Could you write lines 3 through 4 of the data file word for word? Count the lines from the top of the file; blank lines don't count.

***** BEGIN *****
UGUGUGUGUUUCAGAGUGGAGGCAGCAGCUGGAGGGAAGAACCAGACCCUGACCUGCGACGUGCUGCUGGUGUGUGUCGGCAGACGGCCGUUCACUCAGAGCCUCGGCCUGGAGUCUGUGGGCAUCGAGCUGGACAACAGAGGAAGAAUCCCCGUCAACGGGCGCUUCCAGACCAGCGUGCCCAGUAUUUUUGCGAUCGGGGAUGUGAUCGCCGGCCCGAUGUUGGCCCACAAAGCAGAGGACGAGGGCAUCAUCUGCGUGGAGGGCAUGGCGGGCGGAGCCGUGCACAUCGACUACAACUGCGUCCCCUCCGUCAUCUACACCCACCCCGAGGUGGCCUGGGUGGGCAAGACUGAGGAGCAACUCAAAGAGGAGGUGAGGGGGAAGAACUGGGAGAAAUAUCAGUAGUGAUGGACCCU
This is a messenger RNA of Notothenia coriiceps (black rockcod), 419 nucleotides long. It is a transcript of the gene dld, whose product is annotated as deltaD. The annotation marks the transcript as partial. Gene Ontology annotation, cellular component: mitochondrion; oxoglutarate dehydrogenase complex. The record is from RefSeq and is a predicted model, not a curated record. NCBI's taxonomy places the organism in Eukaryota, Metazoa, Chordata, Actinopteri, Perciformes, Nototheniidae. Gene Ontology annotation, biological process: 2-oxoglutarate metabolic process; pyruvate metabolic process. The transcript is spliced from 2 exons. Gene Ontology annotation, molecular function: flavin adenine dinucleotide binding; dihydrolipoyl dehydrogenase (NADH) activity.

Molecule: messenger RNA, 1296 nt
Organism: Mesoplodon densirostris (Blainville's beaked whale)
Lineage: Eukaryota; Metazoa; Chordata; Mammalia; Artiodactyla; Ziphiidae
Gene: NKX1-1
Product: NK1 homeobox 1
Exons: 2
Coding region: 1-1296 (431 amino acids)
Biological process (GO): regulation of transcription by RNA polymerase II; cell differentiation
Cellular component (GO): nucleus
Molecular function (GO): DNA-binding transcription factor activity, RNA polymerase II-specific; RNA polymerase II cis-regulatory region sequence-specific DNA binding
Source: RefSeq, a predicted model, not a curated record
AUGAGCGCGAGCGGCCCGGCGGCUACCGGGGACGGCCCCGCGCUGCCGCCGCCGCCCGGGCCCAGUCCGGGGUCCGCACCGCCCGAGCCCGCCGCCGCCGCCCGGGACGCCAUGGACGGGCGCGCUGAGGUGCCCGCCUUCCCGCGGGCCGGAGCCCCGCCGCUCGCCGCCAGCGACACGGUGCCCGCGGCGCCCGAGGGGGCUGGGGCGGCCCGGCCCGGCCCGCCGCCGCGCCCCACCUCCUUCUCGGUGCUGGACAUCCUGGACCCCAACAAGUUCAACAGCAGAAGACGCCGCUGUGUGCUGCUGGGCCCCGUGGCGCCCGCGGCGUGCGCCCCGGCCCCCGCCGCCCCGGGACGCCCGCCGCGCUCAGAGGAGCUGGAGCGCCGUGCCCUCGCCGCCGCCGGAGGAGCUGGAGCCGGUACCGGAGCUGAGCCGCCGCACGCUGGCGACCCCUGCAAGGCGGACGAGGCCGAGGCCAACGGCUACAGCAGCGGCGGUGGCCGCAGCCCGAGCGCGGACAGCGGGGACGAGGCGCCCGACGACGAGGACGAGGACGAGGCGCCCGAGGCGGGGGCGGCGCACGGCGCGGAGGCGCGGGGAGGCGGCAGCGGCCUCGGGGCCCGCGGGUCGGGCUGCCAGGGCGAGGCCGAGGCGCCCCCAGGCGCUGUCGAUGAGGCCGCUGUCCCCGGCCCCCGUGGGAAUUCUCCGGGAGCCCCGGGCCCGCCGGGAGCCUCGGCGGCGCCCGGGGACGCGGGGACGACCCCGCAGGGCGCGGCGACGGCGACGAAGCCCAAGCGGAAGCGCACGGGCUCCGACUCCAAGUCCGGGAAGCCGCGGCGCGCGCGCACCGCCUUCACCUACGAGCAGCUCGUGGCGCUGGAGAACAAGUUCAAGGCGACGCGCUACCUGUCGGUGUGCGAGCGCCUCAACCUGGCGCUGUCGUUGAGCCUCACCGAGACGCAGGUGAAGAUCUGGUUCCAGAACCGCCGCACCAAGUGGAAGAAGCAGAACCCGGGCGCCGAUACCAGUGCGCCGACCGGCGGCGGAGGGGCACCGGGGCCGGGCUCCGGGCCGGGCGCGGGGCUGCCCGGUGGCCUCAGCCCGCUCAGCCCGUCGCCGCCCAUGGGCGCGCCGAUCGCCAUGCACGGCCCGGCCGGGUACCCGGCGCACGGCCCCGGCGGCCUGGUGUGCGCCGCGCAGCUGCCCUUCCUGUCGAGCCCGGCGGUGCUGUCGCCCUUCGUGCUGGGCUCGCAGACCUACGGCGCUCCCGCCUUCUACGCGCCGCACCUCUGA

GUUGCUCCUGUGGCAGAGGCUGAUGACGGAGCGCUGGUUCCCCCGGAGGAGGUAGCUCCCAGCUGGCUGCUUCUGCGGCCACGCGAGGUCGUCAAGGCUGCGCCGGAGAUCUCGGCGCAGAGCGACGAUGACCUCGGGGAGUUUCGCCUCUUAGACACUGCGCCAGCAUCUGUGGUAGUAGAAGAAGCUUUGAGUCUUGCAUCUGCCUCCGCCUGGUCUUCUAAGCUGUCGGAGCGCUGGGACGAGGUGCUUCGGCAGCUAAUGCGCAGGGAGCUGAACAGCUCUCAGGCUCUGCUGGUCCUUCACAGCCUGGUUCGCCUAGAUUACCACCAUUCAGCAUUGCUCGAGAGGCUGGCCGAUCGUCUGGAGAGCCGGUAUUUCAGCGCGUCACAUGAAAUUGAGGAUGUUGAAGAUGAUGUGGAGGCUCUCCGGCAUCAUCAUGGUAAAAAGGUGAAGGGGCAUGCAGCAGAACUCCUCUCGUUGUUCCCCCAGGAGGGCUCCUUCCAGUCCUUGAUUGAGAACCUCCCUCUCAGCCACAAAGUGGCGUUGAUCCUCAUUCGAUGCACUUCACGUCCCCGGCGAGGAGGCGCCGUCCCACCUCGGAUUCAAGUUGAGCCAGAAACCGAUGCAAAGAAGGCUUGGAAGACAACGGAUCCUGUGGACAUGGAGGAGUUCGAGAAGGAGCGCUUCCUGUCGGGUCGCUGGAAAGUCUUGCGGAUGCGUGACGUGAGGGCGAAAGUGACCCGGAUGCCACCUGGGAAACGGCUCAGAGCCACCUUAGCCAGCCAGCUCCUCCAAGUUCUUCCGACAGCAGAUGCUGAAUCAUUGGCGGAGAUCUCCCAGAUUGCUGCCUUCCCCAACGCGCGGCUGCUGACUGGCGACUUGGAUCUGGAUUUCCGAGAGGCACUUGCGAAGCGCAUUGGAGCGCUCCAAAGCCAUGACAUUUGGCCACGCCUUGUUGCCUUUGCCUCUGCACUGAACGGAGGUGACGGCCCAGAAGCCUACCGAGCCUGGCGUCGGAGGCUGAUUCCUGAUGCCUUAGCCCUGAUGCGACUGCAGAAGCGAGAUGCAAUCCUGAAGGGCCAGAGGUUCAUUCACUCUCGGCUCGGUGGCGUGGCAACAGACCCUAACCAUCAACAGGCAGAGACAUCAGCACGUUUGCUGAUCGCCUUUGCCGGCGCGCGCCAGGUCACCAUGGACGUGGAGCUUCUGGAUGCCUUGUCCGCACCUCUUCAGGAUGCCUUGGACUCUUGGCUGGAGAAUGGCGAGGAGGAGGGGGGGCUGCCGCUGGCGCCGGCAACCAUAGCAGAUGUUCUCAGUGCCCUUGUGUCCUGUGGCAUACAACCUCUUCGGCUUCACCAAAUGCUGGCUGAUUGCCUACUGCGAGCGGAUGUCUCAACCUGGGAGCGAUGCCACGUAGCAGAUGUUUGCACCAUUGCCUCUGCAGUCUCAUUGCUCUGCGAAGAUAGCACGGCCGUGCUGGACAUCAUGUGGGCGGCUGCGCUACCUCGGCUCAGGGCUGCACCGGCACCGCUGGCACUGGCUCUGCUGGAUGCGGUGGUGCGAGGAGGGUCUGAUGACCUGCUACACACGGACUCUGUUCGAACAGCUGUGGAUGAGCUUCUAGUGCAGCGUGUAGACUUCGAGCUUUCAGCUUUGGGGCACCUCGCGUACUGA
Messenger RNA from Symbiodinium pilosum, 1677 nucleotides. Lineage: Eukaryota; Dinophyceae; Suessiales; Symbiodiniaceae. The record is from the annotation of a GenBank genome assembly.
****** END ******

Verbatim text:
Molecule: messenger RNA, 1296 nt
Organism: Mesoplodon densirostris (Blainville's beaked whale)